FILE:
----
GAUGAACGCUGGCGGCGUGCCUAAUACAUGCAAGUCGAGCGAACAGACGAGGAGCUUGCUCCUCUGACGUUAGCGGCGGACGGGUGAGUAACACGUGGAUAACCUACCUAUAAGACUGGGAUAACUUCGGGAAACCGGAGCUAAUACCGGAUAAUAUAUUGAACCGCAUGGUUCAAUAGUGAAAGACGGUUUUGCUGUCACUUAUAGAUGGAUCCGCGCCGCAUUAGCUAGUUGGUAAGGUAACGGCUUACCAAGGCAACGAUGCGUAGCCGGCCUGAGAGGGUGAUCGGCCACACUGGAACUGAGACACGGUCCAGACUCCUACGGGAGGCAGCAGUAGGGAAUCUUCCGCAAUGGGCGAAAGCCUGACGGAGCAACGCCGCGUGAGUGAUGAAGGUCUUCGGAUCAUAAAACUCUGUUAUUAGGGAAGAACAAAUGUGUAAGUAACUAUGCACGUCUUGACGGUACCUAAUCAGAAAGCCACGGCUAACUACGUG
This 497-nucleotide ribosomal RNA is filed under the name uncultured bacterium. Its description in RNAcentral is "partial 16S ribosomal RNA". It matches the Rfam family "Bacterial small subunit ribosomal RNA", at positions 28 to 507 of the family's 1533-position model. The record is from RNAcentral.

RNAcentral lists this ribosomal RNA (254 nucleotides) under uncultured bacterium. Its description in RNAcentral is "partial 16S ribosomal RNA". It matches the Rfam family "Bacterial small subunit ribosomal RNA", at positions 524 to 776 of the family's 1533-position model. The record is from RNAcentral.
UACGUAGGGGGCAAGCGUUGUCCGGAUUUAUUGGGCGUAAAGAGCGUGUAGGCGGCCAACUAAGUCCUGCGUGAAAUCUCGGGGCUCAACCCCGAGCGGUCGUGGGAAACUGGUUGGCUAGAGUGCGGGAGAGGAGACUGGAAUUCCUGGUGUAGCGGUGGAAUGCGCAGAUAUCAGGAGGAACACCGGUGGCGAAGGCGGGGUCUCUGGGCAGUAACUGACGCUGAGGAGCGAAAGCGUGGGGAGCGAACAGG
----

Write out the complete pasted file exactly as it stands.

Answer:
GAUGAACGCUGGCGGCGUGCCUAAUACAUGCAAGUCGAGCGAACAGACGAGGAGCUUGCUCCUCUGACGUUAGCGGCGGACGGGUGAGUAACACGUGGAUAACCUACCUAUAAGACUGGGAUAACUUCGGGAAACCGGAGCUAAUACCGGAUAAUAUAUUGAACCGCAUGGUUCAAUAGUGAAAGACGGUUUUGCUGUCACUUAUAGAUGGAUCCGCGCCGCAUUAGCUAGUUGGUAAGGUAACGGCUUACCAAGGCAACGAUGCGUAGCCGGCCUGAGAGGGUGAUCGGCCACACUGGAACUGAGACACGGUCCAGACUCCUACGGGAGGCAGCAGUAGGGAAUCUUCCGCAAUGGGCGAAAGCCUGACGGAGCAACGCCGCGUGAGUGAUGAAGGUCUUCGGAUCAUAAAACUCUGUUAUUAGGGAAGAACAAAUGUGUAAGUAACUAUGCACGUCUUGACGGUACCUAAUCAGAAAGCCACGGCUAACUACGUG
This 497-nucleotide ribosomal RNA is filed under the name uncultured bacterium. Its description in RNAcentral is "partial 16S ribosomal RNA". It matches the Rfam family "Bacterial small subunit ribosomal RNA", at positions 28 to 507 of the family's 1533-position model. The record is from RNAcentral.

RNAcentral lists this ribosomal RNA (254 nucleotides) under uncultured bacterium. Its description in RNAcentral is "partial 16S ribosomal RNA". It matches the Rfam family "Bacterial small subunit ribosomal RNA", at positions 524 to 776 of the family's 1533-position model. The record is from RNAcentral.
UACGUAGGGGGCAAGCGUUGUCCGGAUUUAUUGGGCGUAAAGAGCGUGUAGGCGGCCAACUAAGUCCUGCGUGAAAUCUCGGGGCUCAACCCCGAGCGGUCGUGGGAAACUGGUUGGCUAGAGUGCGGGAGAGGAGACUGGAAUUCCUGGUGUAGCGGUGGAAUGCGCAGAUAUCAGGAGGAACACCGGUGGCGAAGGCGGGGUCUCUGGGCAGUAACUGACGCUGAGGAGCGAAAGCGUGGGGAGCGAACAGG